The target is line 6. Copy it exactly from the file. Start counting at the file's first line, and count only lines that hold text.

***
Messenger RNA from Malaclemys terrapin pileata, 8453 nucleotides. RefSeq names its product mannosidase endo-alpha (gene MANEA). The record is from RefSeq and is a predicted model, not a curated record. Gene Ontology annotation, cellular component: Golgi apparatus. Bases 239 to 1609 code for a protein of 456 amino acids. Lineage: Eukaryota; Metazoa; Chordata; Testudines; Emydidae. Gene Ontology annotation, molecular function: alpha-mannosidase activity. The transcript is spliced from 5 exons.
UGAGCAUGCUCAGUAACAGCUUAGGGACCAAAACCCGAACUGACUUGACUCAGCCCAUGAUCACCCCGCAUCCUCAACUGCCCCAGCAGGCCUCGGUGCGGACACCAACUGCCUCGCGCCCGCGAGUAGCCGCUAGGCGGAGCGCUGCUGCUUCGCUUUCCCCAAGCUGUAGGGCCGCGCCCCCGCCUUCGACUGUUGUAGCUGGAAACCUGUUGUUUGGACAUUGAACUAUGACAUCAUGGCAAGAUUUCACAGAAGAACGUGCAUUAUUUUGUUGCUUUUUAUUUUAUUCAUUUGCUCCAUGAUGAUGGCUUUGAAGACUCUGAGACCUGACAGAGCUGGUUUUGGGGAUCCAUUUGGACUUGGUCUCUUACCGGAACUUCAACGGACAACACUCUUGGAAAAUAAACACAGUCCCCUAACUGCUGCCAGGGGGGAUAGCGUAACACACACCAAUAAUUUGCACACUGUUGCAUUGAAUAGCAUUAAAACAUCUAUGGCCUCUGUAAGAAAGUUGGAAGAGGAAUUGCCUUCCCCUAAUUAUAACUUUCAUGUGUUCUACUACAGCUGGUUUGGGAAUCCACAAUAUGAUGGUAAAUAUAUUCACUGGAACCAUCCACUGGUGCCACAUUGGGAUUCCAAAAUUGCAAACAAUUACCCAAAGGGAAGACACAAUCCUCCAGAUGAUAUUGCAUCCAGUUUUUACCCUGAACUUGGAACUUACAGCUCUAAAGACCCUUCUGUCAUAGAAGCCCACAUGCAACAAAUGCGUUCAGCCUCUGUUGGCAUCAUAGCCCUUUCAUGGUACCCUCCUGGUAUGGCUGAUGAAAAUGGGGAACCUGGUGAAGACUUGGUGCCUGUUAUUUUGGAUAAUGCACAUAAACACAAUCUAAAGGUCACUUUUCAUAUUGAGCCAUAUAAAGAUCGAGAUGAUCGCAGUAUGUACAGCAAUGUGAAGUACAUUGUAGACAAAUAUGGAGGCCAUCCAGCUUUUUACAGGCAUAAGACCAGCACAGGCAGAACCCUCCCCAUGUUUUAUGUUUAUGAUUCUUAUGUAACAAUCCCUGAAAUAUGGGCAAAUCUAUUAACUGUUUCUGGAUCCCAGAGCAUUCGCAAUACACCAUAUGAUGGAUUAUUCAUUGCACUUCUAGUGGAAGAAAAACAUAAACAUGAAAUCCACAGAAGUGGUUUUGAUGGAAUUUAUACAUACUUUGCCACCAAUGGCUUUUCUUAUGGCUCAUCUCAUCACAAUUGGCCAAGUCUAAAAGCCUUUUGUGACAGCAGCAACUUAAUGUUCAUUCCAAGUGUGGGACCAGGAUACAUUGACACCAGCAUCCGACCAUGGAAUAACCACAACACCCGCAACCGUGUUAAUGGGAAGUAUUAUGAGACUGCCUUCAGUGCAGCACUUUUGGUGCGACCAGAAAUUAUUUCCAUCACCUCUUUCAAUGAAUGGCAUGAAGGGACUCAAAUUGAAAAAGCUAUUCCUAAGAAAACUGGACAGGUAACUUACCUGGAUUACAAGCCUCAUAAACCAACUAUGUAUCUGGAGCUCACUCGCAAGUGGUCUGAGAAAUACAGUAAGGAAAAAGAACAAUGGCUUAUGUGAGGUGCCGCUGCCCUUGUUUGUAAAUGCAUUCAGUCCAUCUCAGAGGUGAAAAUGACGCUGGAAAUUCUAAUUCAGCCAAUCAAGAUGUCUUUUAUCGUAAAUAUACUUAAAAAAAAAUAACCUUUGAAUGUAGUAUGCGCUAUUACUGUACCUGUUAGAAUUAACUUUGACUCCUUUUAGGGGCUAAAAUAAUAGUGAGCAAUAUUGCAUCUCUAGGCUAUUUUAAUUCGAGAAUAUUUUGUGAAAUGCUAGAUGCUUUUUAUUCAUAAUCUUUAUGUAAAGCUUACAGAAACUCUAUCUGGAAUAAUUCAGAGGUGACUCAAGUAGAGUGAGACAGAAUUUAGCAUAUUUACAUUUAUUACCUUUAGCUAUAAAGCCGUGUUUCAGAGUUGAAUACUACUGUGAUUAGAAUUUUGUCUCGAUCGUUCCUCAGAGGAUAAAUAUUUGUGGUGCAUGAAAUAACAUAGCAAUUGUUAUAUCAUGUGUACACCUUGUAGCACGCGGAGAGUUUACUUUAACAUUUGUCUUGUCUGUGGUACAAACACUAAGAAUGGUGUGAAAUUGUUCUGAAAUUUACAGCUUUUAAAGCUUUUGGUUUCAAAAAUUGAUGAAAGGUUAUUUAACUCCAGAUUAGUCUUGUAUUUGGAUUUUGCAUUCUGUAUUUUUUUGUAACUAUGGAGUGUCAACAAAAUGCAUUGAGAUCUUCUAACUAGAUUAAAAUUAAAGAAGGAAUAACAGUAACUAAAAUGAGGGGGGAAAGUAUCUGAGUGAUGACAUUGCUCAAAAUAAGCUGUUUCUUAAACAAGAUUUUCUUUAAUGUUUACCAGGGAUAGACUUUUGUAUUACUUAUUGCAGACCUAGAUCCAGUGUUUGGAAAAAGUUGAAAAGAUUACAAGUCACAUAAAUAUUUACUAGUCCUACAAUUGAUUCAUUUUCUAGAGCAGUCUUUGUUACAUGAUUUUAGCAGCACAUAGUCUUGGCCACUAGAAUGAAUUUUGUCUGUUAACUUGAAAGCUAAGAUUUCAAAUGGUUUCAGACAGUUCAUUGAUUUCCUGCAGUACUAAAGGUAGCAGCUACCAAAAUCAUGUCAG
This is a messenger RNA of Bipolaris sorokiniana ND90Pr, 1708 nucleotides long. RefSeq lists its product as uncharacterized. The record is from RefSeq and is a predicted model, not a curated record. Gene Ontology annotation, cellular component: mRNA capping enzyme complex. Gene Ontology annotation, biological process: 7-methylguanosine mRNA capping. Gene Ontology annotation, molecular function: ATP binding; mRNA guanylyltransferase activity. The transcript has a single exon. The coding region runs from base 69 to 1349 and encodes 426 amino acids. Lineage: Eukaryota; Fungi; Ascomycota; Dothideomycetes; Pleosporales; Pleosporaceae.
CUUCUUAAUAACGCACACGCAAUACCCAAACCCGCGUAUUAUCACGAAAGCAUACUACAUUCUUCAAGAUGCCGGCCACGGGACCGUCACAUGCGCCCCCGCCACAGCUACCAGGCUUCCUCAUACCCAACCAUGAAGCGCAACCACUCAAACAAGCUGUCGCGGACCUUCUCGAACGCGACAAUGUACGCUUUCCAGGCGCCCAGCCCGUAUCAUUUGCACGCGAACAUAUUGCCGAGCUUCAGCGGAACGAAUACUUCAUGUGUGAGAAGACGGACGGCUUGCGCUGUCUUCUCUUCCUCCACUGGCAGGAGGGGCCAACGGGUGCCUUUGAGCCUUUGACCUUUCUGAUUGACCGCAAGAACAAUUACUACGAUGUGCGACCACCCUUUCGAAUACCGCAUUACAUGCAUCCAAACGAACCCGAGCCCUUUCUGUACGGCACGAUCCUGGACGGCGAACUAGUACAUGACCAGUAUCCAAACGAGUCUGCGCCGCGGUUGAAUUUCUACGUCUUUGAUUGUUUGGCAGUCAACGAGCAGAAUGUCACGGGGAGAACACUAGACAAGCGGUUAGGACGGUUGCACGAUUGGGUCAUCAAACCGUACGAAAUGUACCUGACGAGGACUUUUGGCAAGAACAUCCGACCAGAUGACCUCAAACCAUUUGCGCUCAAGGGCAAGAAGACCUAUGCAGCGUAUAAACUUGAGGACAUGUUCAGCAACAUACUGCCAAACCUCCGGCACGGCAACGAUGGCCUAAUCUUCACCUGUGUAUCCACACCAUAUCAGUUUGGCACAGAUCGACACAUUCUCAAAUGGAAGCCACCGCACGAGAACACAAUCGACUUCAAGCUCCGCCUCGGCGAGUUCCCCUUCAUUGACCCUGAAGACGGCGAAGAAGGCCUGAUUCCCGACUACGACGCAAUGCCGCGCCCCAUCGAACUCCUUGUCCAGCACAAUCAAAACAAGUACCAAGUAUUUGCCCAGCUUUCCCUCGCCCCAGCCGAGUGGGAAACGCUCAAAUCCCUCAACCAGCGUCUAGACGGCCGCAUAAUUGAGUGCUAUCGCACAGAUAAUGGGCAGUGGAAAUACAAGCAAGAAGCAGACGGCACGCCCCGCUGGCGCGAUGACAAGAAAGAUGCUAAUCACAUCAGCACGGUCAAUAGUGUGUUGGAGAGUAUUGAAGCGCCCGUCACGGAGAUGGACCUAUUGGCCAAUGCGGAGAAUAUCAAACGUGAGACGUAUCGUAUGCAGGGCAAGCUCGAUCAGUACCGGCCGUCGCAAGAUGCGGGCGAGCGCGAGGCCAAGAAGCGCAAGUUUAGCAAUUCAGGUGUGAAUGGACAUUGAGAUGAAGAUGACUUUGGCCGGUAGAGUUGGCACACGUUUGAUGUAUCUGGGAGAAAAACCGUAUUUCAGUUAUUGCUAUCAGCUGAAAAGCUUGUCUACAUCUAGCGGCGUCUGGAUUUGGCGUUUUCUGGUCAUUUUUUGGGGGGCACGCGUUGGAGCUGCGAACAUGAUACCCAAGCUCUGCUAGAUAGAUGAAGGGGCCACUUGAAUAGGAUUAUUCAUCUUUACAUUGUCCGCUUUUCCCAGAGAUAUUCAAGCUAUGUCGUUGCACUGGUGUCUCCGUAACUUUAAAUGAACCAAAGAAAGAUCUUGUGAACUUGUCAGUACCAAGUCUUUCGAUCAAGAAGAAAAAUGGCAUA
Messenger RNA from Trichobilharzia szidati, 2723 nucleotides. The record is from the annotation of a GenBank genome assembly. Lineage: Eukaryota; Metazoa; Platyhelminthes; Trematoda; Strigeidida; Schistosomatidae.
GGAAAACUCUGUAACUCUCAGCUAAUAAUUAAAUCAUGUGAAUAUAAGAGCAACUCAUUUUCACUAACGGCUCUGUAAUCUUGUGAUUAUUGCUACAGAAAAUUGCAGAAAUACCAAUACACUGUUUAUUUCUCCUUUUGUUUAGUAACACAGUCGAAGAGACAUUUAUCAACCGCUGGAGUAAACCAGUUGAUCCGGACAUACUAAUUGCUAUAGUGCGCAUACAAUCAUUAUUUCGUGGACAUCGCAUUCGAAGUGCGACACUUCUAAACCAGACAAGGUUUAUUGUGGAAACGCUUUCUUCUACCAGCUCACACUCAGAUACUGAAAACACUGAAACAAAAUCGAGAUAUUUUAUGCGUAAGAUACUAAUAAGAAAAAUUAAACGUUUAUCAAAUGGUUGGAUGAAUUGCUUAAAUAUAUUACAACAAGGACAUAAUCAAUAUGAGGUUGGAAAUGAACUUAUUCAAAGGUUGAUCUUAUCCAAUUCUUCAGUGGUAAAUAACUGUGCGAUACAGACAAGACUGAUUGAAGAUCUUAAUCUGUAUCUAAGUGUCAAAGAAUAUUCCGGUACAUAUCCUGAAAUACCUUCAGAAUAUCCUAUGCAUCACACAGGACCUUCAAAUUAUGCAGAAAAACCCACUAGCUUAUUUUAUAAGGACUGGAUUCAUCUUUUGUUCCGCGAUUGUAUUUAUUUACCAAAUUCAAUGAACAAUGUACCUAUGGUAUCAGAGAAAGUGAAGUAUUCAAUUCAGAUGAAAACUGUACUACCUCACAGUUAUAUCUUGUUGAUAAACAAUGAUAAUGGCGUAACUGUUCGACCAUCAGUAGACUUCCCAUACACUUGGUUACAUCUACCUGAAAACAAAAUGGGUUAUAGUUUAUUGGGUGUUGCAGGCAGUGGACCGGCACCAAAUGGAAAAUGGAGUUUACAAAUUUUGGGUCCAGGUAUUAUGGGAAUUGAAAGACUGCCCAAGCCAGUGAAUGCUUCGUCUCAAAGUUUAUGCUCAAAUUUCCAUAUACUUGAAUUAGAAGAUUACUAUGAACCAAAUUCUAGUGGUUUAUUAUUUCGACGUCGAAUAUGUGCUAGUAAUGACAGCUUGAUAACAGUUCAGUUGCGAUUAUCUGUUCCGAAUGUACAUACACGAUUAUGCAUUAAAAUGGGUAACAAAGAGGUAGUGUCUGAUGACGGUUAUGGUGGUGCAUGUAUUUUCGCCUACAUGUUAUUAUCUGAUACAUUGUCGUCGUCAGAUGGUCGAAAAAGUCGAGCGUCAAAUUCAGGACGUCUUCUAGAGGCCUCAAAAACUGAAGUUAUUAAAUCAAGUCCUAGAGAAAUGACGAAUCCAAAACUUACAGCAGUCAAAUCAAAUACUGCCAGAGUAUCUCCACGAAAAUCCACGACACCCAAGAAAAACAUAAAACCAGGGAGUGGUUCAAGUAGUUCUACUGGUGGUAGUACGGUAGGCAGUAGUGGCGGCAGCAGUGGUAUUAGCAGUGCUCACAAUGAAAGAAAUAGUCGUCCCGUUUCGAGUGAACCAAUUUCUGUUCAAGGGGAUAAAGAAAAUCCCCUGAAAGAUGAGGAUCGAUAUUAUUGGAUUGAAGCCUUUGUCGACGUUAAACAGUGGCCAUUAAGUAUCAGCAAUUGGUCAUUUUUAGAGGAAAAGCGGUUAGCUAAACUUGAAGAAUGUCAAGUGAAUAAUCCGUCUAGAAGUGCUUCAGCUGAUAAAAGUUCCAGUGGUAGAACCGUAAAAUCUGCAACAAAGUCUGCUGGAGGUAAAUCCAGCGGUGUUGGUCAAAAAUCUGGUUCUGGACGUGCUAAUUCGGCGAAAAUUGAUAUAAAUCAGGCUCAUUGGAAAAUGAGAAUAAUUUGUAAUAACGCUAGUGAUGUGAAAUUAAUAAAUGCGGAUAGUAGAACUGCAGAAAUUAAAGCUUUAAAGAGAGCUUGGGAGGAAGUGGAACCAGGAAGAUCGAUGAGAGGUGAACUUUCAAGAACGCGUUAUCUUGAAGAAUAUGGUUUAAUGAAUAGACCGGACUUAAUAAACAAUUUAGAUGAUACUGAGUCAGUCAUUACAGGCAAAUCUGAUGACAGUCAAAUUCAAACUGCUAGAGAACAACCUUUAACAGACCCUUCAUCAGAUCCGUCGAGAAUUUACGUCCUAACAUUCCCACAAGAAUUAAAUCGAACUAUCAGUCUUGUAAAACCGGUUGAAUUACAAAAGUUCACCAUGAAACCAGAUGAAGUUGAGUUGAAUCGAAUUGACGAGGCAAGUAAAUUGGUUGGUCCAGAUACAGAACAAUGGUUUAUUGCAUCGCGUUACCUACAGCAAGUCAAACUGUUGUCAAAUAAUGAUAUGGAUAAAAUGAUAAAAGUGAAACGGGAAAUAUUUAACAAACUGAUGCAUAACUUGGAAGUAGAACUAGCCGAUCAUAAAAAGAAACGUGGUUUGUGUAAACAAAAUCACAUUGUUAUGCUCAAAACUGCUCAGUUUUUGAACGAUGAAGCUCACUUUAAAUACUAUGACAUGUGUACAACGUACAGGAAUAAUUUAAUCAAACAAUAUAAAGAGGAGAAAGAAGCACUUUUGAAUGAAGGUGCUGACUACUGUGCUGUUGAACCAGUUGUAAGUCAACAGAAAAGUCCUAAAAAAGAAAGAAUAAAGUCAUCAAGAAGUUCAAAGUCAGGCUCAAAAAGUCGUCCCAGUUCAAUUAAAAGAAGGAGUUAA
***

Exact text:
GGAAAACUCUGUAACUCUCAGCUAAUAAUUAAAUCAUGUGAAUAUAAGAGCAACUCAUUUUCACUAACGGCUCUGUAAUCUUGUGAUUAUUGCUACAGAAAAUUGCAGAAAUACCAAUACACUGUUUAUUUCUCCUUUUGUUUAGUAACACAGUCGAAGAGACAUUUAUCAACCGCUGGAGUAAACCAGUUGAUCCGGACAUACUAAUUGCUAUAGUGCGCAUACAAUCAUUAUUUCGUGGACAUCGCAUUCGAAGUGCGACACUUCUAAACCAGACAAGGUUUAUUGUGGAAACGCUUUCUUCUACCAGCUCACACUCAGAUACUGAAAACACUGAAACAAAAUCGAGAUAUUUUAUGCGUAAGAUACUAAUAAGAAAAAUUAAACGUUUAUCAAAUGGUUGGAUGAAUUGCUUAAAUAUAUUACAACAAGGACAUAAUCAAUAUGAGGUUGGAAAUGAACUUAUUCAAAGGUUGAUCUUAUCCAAUUCUUCAGUGGUAAAUAACUGUGCGAUACAGACAAGACUGAUUGAAGAUCUUAAUCUGUAUCUAAGUGUCAAAGAAUAUUCCGGUACAUAUCCUGAAAUACCUUCAGAAUAUCCUAUGCAUCACACAGGACCUUCAAAUUAUGCAGAAAAACCCACUAGCUUAUUUUAUAAGGACUGGAUUCAUCUUUUGUUCCGCGAUUGUAUUUAUUUACCAAAUUCAAUGAACAAUGUACCUAUGGUAUCAGAGAAAGUGAAGUAUUCAAUUCAGAUGAAAACUGUACUACCUCACAGUUAUAUCUUGUUGAUAAACAAUGAUAAUGGCGUAACUGUUCGACCAUCAGUAGACUUCCCAUACACUUGGUUACAUCUACCUGAAAACAAAAUGGGUUAUAGUUUAUUGGGUGUUGCAGGCAGUGGACCGGCACCAAAUGGAAAAUGGAGUUUACAAAUUUUGGGUCCAGGUAUUAUGGGAAUUGAAAGACUGCCCAAGCCAGUGAAUGCUUCGUCUCAAAGUUUAUGCUCAAAUUUCCAUAUACUUGAAUUAGAAGAUUACUAUGAACCAAAUUCUAGUGGUUUAUUAUUUCGACGUCGAAUAUGUGCUAGUAAUGACAGCUUGAUAACAGUUCAGUUGCGAUUAUCUGUUCCGAAUGUACAUACACGAUUAUGCAUUAAAAUGGGUAACAAAGAGGUAGUGUCUGAUGACGGUUAUGGUGGUGCAUGUAUUUUCGCCUACAUGUUAUUAUCUGAUACAUUGUCGUCGUCAGAUGGUCGAAAAAGUCGAGCGUCAAAUUCAGGACGUCUUCUAGAGGCCUCAAAAACUGAAGUUAUUAAAUCAAGUCCUAGAGAAAUGACGAAUCCAAAACUUACAGCAGUCAAAUCAAAUACUGCCAGAGUAUCUCCACGAAAAUCCACGACACCCAAGAAAAACAUAAAACCAGGGAGUGGUUCAAGUAGUUCUACUGGUGGUAGUACGGUAGGCAGUAGUGGCGGCAGCAGUGGUAUUAGCAGUGCUCACAAUGAAAGAAAUAGUCGUCCCGUUUCGAGUGAACCAAUUUCUGUUCAAGGGGAUAAAGAAAAUCCCCUGAAAGAUGAGGAUCGAUAUUAUUGGAUUGAAGCCUUUGUCGACGUUAAACAGUGGCCAUUAAGUAUCAGCAAUUGGUCAUUUUUAGAGGAAAAGCGGUUAGCUAAACUUGAAGAAUGUCAAGUGAAUAAUCCGUCUAGAAGUGCUUCAGCUGAUAAAAGUUCCAGUGGUAGAACCGUAAAAUCUGCAACAAAGUCUGCUGGAGGUAAAUCCAGCGGUGUUGGUCAAAAAUCUGGUUCUGGACGUGCUAAUUCGGCGAAAAUUGAUAUAAAUCAGGCUCAUUGGAAAAUGAGAAUAAUUUGUAAUAACGCUAGUGAUGUGAAAUUAAUAAAUGCGGAUAGUAGAACUGCAGAAAUUAAAGCUUUAAAGAGAGCUUGGGAGGAAGUGGAACCAGGAAGAUCGAUGAGAGGUGAACUUUCAAGAACGCGUUAUCUUGAAGAAUAUGGUUUAAUGAAUAGACCGGACUUAAUAAACAAUUUAGAUGAUACUGAGUCAGUCAUUACAGGCAAAUCUGAUGACAGUCAAAUUCAAACUGCUAGAGAACAACCUUUAACAGACCCUUCAUCAGAUCCGUCGAGAAUUUACGUCCUAACAUUCCCACAAGAAUUAAAUCGAACUAUCAGUCUUGUAAAACCGGUUGAAUUACAAAAGUUCACCAUGAAACCAGAUGAAGUUGAGUUGAAUCGAAUUGACGAGGCAAGUAAAUUGGUUGGUCCAGAUACAGAACAAUGGUUUAUUGCAUCGCGUUACCUACAGCAAGUCAAACUGUUGUCAAAUAAUGAUAUGGAUAAAAUGAUAAAAGUGAAACGGGAAAUAUUUAACAAACUGAUGCAUAACUUGGAAGUAGAACUAGCCGAUCAUAAAAAGAAACGUGGUUUGUGUAAACAAAAUCACAUUGUUAUGCUCAAAACUGCUCAGUUUUUGAACGAUGAAGCUCACUUUAAAUACUAUGACAUGUGUACAACGUACAGGAAUAAUUUAAUCAAACAAUAUAAAGAGGAGAAAGAAGCACUUUUGAAUGAAGGUGCUGACUACUGUGCUGUUGAACCAGUUGUAAGUCAACAGAAAAGUCCUAAAAAAGAAAGAAUAAAGUCAUCAAGAAGUUCAAAGUCAGGCUCAAAAAGUCGUCCCAGUUCAAUUAAAAGAAGGAGUUAA